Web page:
Sex Life Affected By Sleep Apnea

added on: August 8, 2014

It’s not unusual for couples to be too tired for sex some nights. However, for more than 12 million Americans who suffer with Sleep Apnea, disrupted sleep creates a much more complicated obstacle to being up for sex.

Feeling tired and sleepy throughout the day are typical symptoms of Sleep Apnea, and can lead to weight gain and depression. Yet, a sex hormone is boosted with sound REM sleep but drops when insufficient sleep occurs.

A recent study compared 80 women with Sleep Apnea to 240 women (all under 65 years old) without Sleep Apnea. The findings showed that Sleep Apnea sufferers had dramatically higher rates of sexual dysfunction.

An earlier study included over 400 men who sought treatment for suspected sleep apnea. Of those who were diagnosed with the condition, nearly 70% had erectile dysfunction compared with 34% for men without Sleep Apnea.

The good news? Patients who undergo surgery to correct facial abnormalities that contribute to apnea see improvements in intimacy and those who start CPAP therapy also reported an increase in sexual relationships. The not-so-great news? Only about 22% of those who are prescribed with CPAP are consistent users.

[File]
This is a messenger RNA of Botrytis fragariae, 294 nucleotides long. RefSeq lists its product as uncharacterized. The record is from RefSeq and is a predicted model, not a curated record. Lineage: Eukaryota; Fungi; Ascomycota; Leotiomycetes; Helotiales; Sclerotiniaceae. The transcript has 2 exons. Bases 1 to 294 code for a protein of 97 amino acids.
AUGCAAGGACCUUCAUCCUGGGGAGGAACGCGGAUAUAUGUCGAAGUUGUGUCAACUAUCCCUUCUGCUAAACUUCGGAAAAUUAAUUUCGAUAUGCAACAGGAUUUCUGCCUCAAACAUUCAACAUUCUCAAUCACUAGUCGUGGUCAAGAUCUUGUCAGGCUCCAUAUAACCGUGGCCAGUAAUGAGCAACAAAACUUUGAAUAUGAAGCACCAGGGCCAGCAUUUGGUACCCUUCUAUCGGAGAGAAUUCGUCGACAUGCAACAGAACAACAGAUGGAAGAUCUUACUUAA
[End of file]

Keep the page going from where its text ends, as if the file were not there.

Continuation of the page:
Many CPAP patients complain about discomfort, feeling encumbered and are bothered by the noise (as are many mates). The solution for those with mild to moderate Sleep Apnea may be an FDA approved, comfortable oral appliance worn during sleep. This small device slightly adjusts the position of the lower jaw so your airway is less constricted. Through this therapy, many can forego the need for CPAP therapy and enjoy restored sound sleep.

Begin by arranging a free phone consultation to have your questions answered. Call 1-866-9-Smiles.

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